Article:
About the Security Plan

Your security plan should answer the following questions:

  • What are the objectives of the event? How can you implement a security plan without compromising these objectives?
  • How will the security plan be executed? What will the rules of the staff be?
  • Are the appropriate protocols in place should security issues arise?
  • Are the appropriate emergency responses in place?
  • What administrative processes are in place, such as briefing times, points of contact, reporting processes and so forth?
  • Are the appropriate communication plans in place, such as equipment requirements, staffing details, site maps and so forth?

Pre and Post Event

The security provider and event organisers should meet with security staff at least an hour prior to the event to brief them on the event details and ensure familiarity with the venue they will be managing. A debriefing should also take place after the event where any security incidents are addressed and improvements are suggested for events that may take place in the future.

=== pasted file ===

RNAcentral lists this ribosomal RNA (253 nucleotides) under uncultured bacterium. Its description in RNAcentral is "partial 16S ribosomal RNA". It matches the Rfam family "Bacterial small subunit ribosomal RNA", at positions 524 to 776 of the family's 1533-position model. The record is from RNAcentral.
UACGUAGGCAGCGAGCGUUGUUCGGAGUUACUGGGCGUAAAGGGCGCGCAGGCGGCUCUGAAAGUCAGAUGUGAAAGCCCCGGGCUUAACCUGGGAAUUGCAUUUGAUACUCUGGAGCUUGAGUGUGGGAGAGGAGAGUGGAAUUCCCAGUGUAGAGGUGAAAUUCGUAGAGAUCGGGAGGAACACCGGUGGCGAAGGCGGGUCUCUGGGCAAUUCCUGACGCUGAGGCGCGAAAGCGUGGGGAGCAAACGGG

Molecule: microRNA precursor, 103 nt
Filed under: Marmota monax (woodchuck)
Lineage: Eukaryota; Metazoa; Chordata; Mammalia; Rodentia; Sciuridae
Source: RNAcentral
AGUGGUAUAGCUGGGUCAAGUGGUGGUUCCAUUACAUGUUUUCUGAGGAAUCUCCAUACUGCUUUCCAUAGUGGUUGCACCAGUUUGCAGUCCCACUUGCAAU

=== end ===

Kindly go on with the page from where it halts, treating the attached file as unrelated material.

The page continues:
Choosing Your Event Security Provider

Your security provider should have access to a pool of staff specialising in various areas of security. In particular, you’ll want to find a security provider that has experience managing the type of event that you are holding; for example, if yours is a music event than a security provider that has experience with music events is essential.

When the appropriate security provider is found, you’ll need to work with them closely, trusting their experience and taking their suggestions on board while ensuring the core objectives of your event remain in place. Remember, event security providers will want to do everything they can to ensure a successful event, as an unsafe event is going to reflect badly on them.

You should check the security provider is fully compliant with all relevant legislation, that their track record is successful (you may wish to seek references in this regard), that all security guards have the appropriate qualifications and that you are comfortable with the chain of responsibility presented by the security provider.

Rodney Bowman became MD in 1985 when he purchased the business. Formally NSS Group operations manager, Rod’s background is as a qualified electrician working with companies such as Wormald on large security contacts. He joined NSS Group in 1977. Rod is an active member of ASIAL and is dedicated to maintaining a culture of continuous improvement at Newhams.